But he may still have to sell them. This will create an overhang that won’t do wonders for their already demolished stock prices.
CNBC’s Charlie Gasparino reports:
Media investor Sumner Redstone, hoping to avoid having to sell Viacom and CBS, will first try to sell other assets of his holding company, National Amusements, if efforts to renegotiate a $1.6 billion loan fall through, people close to the company told CNBC.
Redstone, facing a severe cash crunch due to the sharp drop in CBS and Viacom stock, sold $233 million of his holdings in both companies earlier this month to avoid violating terms of the National Amusement’s loan.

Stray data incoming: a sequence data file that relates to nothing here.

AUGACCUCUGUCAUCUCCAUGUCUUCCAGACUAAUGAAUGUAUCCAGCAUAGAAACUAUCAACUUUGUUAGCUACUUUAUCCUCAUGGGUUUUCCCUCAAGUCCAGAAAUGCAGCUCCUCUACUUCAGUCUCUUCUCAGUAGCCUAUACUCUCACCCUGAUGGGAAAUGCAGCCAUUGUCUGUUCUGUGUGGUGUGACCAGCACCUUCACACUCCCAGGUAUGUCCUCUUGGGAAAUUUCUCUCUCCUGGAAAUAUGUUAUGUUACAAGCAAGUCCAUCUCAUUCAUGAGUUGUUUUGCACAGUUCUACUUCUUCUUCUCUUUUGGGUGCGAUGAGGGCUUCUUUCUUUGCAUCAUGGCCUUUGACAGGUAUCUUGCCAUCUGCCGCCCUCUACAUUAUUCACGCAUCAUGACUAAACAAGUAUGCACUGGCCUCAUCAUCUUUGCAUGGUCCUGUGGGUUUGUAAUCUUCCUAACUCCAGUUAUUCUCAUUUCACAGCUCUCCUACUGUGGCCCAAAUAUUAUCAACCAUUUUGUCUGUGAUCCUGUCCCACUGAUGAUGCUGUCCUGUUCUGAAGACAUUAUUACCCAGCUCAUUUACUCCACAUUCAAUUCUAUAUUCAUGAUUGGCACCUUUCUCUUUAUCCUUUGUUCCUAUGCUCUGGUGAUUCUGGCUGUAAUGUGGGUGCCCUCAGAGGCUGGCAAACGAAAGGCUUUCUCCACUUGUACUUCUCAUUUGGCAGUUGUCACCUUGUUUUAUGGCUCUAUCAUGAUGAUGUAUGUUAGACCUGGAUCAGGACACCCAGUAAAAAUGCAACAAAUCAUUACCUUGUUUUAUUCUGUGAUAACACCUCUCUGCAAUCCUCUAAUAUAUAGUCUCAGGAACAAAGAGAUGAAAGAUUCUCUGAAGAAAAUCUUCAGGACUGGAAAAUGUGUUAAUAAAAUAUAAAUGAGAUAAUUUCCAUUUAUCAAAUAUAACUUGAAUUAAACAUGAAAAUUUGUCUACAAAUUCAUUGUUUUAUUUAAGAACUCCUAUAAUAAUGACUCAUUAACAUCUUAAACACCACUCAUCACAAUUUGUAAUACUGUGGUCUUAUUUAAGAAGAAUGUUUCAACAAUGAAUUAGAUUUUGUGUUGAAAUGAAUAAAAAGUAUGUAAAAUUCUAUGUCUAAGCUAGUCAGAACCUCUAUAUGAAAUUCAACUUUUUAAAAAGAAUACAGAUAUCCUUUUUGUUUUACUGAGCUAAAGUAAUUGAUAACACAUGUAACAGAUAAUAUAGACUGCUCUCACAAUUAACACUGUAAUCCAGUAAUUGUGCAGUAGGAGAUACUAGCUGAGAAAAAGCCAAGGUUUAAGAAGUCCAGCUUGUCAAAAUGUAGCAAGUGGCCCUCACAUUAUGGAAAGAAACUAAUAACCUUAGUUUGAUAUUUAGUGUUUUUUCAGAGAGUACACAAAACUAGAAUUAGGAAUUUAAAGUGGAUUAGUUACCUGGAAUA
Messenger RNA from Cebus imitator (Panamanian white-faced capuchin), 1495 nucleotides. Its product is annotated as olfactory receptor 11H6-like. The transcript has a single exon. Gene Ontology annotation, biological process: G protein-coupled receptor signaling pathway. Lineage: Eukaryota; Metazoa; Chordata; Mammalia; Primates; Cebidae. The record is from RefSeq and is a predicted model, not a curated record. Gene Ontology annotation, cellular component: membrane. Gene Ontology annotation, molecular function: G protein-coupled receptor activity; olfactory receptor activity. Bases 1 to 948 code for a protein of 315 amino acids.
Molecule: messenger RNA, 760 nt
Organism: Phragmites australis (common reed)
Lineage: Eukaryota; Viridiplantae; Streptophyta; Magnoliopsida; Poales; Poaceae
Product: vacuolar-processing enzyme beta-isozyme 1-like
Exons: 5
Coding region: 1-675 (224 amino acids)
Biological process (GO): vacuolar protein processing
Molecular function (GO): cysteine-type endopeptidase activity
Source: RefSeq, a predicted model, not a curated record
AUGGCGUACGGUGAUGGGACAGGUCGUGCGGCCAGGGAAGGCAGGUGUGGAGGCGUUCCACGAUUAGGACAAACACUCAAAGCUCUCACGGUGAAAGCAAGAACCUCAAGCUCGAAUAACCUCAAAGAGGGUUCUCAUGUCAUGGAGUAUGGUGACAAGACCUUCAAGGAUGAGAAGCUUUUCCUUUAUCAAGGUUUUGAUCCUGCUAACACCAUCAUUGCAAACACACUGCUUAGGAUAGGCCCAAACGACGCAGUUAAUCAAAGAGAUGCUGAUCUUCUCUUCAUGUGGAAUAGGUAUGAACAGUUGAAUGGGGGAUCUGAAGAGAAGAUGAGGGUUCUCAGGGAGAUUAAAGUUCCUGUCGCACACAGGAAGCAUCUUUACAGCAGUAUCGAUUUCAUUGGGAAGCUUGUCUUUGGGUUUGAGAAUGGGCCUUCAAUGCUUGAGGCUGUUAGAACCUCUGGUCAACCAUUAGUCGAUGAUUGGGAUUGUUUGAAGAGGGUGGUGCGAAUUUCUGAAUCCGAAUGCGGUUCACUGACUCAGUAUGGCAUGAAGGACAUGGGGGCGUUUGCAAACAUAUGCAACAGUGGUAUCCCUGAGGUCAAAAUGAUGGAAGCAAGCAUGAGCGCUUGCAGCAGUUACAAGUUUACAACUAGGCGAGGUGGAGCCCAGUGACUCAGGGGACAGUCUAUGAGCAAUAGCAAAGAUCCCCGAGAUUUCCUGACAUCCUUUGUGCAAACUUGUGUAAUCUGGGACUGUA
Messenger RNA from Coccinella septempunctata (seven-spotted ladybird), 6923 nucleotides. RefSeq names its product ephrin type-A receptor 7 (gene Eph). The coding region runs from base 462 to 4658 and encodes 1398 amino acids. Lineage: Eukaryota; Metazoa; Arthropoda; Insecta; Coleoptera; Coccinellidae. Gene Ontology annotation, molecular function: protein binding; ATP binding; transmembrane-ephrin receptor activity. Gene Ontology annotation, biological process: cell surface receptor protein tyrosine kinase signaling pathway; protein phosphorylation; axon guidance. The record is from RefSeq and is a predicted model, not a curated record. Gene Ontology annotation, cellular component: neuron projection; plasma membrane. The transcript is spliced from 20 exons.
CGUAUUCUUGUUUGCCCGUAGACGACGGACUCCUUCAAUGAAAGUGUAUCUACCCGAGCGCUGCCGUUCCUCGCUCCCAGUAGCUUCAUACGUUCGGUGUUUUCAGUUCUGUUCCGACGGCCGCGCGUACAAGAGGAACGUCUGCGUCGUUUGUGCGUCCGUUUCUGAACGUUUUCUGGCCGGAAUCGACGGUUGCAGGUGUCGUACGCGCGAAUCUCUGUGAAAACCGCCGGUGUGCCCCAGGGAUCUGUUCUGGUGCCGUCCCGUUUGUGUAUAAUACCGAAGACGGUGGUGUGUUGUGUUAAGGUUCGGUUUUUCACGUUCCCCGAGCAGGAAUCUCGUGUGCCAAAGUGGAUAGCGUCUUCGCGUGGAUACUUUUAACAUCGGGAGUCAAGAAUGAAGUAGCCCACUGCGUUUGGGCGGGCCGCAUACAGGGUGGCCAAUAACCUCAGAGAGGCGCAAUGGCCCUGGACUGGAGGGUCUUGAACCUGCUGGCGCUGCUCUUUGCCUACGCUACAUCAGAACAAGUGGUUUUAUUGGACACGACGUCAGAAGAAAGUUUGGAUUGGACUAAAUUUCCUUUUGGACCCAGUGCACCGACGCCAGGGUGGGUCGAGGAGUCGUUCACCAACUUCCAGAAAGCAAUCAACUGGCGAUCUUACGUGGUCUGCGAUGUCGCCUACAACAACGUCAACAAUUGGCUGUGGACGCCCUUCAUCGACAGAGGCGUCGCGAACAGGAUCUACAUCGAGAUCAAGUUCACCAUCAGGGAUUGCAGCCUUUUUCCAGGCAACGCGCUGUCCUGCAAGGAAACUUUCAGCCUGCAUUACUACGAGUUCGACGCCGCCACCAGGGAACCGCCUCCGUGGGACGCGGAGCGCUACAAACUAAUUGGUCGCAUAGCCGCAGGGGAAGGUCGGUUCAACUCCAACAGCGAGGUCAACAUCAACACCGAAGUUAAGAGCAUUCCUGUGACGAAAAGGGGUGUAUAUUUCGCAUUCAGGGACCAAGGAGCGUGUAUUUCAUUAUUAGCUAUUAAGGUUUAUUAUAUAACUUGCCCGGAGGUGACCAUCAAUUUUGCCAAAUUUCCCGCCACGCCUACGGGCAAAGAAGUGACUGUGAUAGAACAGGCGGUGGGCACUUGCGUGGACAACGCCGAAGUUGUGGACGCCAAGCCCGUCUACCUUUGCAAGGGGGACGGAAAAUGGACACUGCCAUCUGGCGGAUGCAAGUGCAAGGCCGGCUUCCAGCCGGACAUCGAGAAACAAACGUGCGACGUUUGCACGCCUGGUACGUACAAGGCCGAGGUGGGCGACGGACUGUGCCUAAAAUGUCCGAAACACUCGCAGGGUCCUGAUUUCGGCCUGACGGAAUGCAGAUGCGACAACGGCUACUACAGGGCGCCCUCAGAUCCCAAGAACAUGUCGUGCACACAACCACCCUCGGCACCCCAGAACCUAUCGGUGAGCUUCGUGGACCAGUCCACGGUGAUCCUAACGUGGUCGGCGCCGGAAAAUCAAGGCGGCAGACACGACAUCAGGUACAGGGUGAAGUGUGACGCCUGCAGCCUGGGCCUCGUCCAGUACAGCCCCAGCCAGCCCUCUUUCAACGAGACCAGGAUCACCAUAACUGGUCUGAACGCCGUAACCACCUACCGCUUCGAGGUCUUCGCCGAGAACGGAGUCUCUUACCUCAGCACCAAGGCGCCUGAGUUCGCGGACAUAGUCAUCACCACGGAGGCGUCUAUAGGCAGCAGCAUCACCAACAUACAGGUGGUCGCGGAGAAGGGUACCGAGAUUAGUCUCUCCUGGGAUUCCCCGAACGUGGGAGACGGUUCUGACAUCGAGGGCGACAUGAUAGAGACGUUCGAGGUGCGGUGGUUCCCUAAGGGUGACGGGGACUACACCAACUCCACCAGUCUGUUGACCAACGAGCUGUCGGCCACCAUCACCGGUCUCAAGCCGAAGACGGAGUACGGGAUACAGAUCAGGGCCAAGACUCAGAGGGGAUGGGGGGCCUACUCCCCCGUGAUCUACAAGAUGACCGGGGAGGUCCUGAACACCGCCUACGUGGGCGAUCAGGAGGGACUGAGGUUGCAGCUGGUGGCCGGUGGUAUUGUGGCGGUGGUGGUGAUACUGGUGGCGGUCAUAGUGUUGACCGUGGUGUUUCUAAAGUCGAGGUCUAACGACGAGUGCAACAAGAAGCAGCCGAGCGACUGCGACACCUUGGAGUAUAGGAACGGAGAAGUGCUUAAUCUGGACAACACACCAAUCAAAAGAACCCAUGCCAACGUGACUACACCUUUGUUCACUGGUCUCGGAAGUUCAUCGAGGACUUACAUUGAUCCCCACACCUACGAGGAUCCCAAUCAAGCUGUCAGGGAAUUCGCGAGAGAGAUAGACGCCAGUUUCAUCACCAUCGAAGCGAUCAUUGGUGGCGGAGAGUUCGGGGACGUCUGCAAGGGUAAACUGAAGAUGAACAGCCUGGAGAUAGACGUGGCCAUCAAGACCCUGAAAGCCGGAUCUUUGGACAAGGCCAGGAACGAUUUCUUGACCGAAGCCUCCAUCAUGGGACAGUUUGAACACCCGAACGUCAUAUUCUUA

Redstone told CNBC Wednesday that he has no plans to sell any more stock and has no interest in selling the companies outright. As a result, Redstone is continuing to try to renegotiate the $1.6 billion bank debt, which one person close to the company described as “difficult.”
If talks on the loan fall through, as this person thinks they will, his advisers will look to sell other assets held by National Amusements, which includes a movie theatre chain.
Although a CBS/Viacom sale is considered a last resort, it is among the alternatives being weighed by the Redstone’s advisers, despite his denials.
One of National Amusements advisers is Rothschild, the European investment bank, where former Bear Stearns CEO Allan Schwartz now works, at least on a temporary basis. Schwartz is one of Wall Street best media investment bankers and is playing a role in advising National Amusements on strategy.
The $1.6 billion debt was arranged by Bank of America and others. Half of that, $800 million, will need to be repaid by year’s end.
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